Do you ever silently, in a moment of pre-composition, mix up the words caveat and cadenza? I do it constantly, and I guess I must make a lot of caveats because I'm developing and absolute complex about it. Well, if I offer you cadenzas or even credenzas, I guess now you'll know just what I'm talking about, even if you also think I'm an oaf.

I went to see Alarm Will Sound at the Miller Theater Friday doing their "If it ain't Varese, it ain't in there" show. But why, you will ask in a hopefully not too skeptical voice, would you go and do that, Maury, you who are something of a stick in the mud about music you can't walk home humming. Rather than humming Ionisation just to spite you, I will remind you 1) that I occasionally try not to be such a lowbrow, and 2) that I am on speaking terms with a couple of the alarmniks. And then I will pick up my violin and play a whole bunch of notes and eventually return to the tonic and nod at the conductor, because that's my cadenza, I mean caveat, I mean filing cabinet. You can't really do much with my review of their concerts, because I'm automatically going to think they're neat.

Well actually, though, there is still a lot of Varese I am quite prepared to do without for the rest of my days, and even a stellar performance won't sway me. If I never hear Deserts again, it's no skin off my ass. And I think I'm still on record as on the fence about the staging of concert works, though the audience was riveted by what director Nigel Maister did with Integrales to close the program. Staging isn't quite the right word, though I don't have a better one: it's not the clumsy kind of thing they always do at the opera these days during the overture, trying to give non-programmatic music a plot of any of that. It is in fact quite the opposite of staging, taking the concert in part off the stage, into the theater.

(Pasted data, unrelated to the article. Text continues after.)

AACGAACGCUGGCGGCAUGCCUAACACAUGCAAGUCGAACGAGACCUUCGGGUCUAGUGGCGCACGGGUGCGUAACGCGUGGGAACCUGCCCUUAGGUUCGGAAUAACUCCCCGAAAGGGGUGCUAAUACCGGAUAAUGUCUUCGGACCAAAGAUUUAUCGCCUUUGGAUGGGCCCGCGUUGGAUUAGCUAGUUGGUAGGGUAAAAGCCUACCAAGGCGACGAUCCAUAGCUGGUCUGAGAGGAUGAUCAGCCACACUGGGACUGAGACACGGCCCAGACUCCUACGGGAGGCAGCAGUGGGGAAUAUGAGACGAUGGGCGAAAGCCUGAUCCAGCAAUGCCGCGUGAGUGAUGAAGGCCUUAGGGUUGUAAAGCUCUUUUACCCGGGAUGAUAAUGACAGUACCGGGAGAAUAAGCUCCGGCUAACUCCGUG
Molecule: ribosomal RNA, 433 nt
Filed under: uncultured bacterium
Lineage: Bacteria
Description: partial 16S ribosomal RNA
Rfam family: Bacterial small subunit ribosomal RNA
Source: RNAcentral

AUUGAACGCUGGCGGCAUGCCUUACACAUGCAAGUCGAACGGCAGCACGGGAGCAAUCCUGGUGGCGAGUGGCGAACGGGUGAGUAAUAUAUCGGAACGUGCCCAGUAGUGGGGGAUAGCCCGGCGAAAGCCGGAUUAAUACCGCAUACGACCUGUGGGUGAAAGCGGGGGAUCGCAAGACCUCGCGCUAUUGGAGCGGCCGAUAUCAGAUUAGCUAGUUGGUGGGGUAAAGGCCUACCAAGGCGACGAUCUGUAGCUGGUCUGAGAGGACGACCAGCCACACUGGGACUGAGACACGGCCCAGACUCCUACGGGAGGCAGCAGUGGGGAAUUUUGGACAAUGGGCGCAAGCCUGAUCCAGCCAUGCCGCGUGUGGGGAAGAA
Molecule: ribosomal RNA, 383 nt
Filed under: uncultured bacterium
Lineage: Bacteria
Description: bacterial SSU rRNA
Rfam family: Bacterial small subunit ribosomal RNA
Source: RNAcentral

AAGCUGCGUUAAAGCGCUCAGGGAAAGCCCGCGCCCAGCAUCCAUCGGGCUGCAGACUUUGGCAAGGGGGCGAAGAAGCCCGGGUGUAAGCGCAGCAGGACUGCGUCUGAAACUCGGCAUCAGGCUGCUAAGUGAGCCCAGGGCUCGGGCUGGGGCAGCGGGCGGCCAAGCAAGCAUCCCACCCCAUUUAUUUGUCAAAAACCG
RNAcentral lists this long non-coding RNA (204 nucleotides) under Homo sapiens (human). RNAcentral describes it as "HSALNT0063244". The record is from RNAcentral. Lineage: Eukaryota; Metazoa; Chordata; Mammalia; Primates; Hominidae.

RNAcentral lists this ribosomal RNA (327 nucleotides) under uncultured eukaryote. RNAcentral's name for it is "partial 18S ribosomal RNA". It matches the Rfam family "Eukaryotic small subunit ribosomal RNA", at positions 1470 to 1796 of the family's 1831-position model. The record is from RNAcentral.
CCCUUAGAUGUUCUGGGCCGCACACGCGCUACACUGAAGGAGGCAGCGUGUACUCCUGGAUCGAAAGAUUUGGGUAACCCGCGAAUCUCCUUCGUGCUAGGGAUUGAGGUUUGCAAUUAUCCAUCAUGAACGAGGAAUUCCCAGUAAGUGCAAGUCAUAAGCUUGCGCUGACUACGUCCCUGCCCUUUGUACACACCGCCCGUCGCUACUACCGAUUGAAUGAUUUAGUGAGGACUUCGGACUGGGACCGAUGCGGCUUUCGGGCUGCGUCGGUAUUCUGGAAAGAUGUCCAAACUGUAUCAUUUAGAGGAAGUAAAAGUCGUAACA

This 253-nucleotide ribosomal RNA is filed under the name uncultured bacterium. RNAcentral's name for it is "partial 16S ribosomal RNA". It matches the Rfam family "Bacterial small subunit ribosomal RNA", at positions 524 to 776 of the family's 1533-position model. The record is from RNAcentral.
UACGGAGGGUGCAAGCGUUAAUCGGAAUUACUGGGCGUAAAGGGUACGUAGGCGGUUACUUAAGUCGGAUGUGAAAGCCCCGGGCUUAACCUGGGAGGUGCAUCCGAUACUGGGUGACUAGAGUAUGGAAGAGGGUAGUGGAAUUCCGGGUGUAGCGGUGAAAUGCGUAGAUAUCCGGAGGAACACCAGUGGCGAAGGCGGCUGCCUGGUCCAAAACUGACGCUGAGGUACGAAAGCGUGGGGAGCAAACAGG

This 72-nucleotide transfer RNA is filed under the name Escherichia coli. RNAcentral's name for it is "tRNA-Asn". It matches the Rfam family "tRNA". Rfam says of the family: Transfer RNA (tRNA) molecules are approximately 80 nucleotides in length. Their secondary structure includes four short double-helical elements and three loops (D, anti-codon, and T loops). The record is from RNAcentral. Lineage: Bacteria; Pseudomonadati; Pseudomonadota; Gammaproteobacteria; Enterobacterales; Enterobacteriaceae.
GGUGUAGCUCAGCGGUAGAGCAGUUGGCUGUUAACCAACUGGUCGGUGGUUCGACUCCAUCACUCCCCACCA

I think I'm for it in principle, but then you have to do it in an actual theater and results may vary. Hey, maybe you could name a lesser ensemble that: Results May Vary. Anyway yes, what I'm trying to put into words is that I happened to be in this terrific seat a nice old man gave me, and so the musicians were all around me, but in other parts of the theater, I am told the effect was a bit puzzling. And, wait here while I set this comment up by saying I really did adore the theatrical element of their Cale/Warhol thing at Zankel...for me, house lights to black at the end of a piece comes from a certain corner of the effect drawer. So, alright: mixed feelings, but I'm glad they do these things. Unlike the Cage piece (also Zankel) Integrales mostly just required the performers, when they weren't playing, to appear fascinated by each other's music-making, and I feel safe in saying they honestly were.

One of the fun things at an AWS concert is the moment where they do something they really oughtn't be able to. In my experience there tends to be at least one piece that seems like a little bit of the impossible laid before you. This time it had to do with Poeme Electronique. Now, if I understood the program notes correctly, Poeme Electronique springs from Varese's idea that the most wonderful thing in the world would be if we could have music without performers. This is of course wrong-headed, impossible, uninteresting, and stupid. In that order. The only stupider idea I can think of is: hey wouldn't it be neat if we had music without listeners?

In this admittedly pouty mindset, I suffered through the tape of Poeme Electronique before the intermission. And then, after the intermission, they played the thing live. And then we all rose as a unit and carried conductor Alan Pierson through the streets on our shoulders in celebration of the gall of trying it and the unblinking derring-do of pulling it off. Well, we should have.